It’s the 2nd December and Christmas will be going up Chez Hicks today. The family tradition when I was growing up was to put Christmas up on the 1st December, which has been tweaked to the first Saturday of December in our house. Either way, I’m only a day late. Continue reading
Rating: 4 stars
Read for the Reader’s Room European Backpacking Challenge
Published in Swedish in 1991, and recently translated into English, Letters from Klara is a collection of short stories written by Tove Jansson in her seventies. The Summer Book and The True Deceiver are still my favourites of Jansson’s literature for adults (as though the Moomin books aren’t for adults), but this collection was a blessed relief after the shocker I just finished. Continue reading
December’s Six Degrees, hosted by Kate at Books Are My Favourite And Best, starts with It by Stephen King.
Rating: 4 stars
Read for The Reader’s Room Winter Challenge.
I’m a big fan of Tove Jansson’s Moomin stories. I have been from childhood, when I borrowed Comet in Moominland from my primary school library. I love the way they deal with serious matters and reflect the best and worst of human nature through the curious inhabitants of Moomin Valley. I’m also a fan of Jansson’s fiction for adults, which is steadily being translated into English. Continue reading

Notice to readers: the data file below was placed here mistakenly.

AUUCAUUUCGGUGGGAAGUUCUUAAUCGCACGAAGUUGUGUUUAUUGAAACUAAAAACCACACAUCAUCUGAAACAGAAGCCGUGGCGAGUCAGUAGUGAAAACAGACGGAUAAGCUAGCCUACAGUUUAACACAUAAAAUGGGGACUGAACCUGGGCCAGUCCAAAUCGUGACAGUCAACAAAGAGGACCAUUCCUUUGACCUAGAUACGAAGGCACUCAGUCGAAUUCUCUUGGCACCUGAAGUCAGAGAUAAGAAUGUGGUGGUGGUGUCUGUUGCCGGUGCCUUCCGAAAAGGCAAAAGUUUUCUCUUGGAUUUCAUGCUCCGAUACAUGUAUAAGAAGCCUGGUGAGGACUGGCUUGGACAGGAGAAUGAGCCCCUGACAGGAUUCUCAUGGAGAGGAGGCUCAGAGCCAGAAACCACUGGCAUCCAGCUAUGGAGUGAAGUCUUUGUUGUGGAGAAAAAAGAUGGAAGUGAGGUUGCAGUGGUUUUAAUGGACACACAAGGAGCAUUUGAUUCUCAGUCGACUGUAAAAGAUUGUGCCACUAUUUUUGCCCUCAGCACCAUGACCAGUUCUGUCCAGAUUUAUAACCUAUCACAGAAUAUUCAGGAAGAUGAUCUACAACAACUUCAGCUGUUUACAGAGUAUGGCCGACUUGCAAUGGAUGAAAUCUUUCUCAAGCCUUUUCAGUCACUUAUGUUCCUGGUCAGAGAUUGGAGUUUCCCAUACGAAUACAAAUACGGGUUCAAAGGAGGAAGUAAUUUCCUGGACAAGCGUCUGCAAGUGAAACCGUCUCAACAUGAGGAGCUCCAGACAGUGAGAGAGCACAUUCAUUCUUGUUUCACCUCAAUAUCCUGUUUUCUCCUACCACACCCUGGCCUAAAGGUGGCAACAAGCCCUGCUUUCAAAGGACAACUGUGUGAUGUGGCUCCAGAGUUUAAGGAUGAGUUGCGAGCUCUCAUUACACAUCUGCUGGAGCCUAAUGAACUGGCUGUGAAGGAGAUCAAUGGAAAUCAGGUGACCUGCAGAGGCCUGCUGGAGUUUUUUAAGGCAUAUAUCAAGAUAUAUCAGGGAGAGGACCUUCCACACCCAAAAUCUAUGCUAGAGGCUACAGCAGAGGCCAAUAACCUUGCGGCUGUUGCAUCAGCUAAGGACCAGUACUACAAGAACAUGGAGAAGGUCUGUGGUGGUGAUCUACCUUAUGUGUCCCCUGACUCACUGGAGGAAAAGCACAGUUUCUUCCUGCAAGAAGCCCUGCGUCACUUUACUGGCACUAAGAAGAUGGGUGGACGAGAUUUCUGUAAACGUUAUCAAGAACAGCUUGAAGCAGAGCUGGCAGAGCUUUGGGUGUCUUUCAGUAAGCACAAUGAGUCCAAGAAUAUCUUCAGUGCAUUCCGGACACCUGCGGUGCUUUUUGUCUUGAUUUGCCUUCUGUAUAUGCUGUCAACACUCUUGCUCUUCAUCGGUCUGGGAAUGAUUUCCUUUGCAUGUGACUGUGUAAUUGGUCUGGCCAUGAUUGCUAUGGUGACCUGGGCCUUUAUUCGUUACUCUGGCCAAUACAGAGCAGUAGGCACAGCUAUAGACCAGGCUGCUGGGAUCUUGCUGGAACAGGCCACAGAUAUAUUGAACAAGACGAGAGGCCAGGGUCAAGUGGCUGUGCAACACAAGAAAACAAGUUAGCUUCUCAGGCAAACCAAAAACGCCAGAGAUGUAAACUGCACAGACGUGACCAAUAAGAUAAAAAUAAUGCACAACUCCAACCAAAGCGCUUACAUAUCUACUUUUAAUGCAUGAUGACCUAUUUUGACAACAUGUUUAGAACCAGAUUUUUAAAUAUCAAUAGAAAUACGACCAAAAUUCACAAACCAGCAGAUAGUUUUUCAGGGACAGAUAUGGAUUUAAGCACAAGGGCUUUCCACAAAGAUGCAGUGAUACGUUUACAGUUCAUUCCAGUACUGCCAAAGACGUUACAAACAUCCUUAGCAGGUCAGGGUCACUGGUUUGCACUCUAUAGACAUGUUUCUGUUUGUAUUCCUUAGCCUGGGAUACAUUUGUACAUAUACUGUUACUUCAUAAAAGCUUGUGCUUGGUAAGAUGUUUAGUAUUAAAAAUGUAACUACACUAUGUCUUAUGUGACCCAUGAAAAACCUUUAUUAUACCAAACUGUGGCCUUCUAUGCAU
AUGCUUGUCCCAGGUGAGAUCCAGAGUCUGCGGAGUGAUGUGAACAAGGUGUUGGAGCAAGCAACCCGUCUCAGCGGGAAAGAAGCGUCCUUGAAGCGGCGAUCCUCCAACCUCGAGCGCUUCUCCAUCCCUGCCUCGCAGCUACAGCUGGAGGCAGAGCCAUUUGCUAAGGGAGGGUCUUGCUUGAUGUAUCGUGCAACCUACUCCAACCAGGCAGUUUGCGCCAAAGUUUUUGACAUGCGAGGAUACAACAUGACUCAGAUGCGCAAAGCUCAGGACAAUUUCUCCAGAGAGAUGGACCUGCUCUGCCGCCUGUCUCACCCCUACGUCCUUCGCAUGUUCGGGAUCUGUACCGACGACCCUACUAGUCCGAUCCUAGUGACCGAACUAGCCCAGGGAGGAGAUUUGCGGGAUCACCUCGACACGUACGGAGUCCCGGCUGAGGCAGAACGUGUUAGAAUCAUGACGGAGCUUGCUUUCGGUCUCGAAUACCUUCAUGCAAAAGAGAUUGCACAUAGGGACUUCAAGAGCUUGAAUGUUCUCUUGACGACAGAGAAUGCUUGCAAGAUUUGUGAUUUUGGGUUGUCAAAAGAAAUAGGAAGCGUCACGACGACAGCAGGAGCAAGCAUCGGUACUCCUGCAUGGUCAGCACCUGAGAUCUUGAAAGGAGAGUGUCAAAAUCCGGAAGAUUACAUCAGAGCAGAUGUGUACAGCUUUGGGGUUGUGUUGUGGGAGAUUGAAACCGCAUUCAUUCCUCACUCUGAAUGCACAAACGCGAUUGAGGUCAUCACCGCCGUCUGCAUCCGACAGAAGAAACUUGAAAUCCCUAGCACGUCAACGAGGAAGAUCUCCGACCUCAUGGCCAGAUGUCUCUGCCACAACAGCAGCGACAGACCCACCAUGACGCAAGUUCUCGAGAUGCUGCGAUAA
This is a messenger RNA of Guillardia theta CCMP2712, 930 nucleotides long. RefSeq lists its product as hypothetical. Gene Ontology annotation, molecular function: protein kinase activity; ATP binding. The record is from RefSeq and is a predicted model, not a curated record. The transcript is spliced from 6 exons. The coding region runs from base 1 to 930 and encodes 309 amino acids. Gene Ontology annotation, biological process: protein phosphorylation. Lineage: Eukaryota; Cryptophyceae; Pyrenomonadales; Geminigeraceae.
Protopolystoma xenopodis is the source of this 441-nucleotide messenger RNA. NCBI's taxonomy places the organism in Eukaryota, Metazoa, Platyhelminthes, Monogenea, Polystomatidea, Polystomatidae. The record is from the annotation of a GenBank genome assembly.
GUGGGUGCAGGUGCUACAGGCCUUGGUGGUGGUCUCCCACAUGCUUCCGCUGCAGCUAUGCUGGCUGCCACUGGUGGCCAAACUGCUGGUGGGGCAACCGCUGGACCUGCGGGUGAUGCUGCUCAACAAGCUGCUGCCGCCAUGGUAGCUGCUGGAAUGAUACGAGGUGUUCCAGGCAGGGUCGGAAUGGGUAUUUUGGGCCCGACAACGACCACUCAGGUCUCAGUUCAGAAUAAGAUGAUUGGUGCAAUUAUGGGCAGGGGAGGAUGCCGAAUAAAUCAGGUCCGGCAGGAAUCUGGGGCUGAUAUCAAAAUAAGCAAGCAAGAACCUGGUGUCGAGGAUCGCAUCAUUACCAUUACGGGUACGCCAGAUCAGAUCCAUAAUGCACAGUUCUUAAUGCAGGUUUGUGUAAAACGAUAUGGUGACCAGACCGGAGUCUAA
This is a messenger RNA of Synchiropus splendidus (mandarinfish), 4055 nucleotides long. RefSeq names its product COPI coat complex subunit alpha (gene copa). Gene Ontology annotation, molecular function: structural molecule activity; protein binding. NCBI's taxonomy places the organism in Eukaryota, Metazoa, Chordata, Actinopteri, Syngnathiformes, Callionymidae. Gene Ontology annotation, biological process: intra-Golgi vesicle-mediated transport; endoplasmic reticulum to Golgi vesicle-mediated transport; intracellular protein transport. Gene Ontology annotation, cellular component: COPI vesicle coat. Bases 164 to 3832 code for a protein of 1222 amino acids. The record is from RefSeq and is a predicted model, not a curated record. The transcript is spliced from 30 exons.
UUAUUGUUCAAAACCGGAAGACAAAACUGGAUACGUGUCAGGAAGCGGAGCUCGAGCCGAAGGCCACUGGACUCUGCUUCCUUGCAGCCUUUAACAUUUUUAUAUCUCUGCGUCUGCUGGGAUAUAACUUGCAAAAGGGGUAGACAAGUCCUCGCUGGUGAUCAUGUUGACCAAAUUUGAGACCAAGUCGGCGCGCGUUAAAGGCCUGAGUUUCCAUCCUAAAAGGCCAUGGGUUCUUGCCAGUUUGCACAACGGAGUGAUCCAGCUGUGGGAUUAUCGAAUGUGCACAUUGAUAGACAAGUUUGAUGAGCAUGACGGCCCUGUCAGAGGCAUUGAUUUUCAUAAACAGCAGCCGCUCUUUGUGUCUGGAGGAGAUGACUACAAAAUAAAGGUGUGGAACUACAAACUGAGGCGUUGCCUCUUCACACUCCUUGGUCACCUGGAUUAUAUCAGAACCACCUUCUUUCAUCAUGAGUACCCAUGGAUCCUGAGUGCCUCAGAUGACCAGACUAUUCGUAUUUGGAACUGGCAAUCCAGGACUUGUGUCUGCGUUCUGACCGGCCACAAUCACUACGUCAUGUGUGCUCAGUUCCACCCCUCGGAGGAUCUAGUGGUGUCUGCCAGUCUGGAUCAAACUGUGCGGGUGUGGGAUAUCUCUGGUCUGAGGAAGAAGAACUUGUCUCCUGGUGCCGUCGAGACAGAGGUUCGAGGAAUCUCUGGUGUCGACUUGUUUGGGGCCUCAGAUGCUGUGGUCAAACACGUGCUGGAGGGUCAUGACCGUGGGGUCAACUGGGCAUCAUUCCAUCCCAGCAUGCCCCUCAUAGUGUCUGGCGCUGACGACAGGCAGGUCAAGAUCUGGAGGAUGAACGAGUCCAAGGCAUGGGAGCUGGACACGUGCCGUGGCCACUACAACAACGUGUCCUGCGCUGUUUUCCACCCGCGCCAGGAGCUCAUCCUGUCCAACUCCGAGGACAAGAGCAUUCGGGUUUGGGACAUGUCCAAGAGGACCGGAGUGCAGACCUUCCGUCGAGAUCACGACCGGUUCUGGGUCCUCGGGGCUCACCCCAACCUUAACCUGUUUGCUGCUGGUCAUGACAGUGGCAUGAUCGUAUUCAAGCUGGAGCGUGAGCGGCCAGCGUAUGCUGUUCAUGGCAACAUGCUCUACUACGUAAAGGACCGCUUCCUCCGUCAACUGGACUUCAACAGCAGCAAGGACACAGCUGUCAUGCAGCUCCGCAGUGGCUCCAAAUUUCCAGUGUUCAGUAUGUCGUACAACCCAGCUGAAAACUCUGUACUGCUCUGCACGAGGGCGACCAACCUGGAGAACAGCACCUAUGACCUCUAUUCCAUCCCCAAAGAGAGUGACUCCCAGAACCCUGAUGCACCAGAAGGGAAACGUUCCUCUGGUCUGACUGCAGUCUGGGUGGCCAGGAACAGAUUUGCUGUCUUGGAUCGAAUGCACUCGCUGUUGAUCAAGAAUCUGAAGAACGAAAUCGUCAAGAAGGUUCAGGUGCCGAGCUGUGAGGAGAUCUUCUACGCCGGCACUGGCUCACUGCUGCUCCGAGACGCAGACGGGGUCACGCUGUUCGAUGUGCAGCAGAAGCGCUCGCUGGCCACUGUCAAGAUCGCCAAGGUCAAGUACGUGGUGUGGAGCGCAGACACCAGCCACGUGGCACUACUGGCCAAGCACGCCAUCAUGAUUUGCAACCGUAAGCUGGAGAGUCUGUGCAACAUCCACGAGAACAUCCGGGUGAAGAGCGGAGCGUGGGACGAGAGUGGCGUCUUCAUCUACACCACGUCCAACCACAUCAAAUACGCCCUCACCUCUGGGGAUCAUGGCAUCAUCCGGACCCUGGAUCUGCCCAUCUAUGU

Rating: 2.5 stars
I feel sorry for this book. It has some interesting ideas, and a lot of the writing is very good. I was talking about it with my husband as we walked over to friends’ last night to play dice based board games. I was frustrated with the author, or maybe her editor, for not paring some of the detail back. It felt at times as though she had left all her back story notes in the book, all the things she needed to write about the society she was creating in order to know how her characters would move around it in relation to each other but that I as a reader didn’t need to get bogged down in. It could have been punchier.
I found it hard to get into. Partly because I was still thinking about the characters in The Natural Way of Things, partly because The City of Woven Streets is a fantasy dystopia and my brain was fixed in the hard reality of Charlotte Wood’s dystopia. It was such a transition that I had to start the book again to give myself chance to get into its rhythm. Continue reading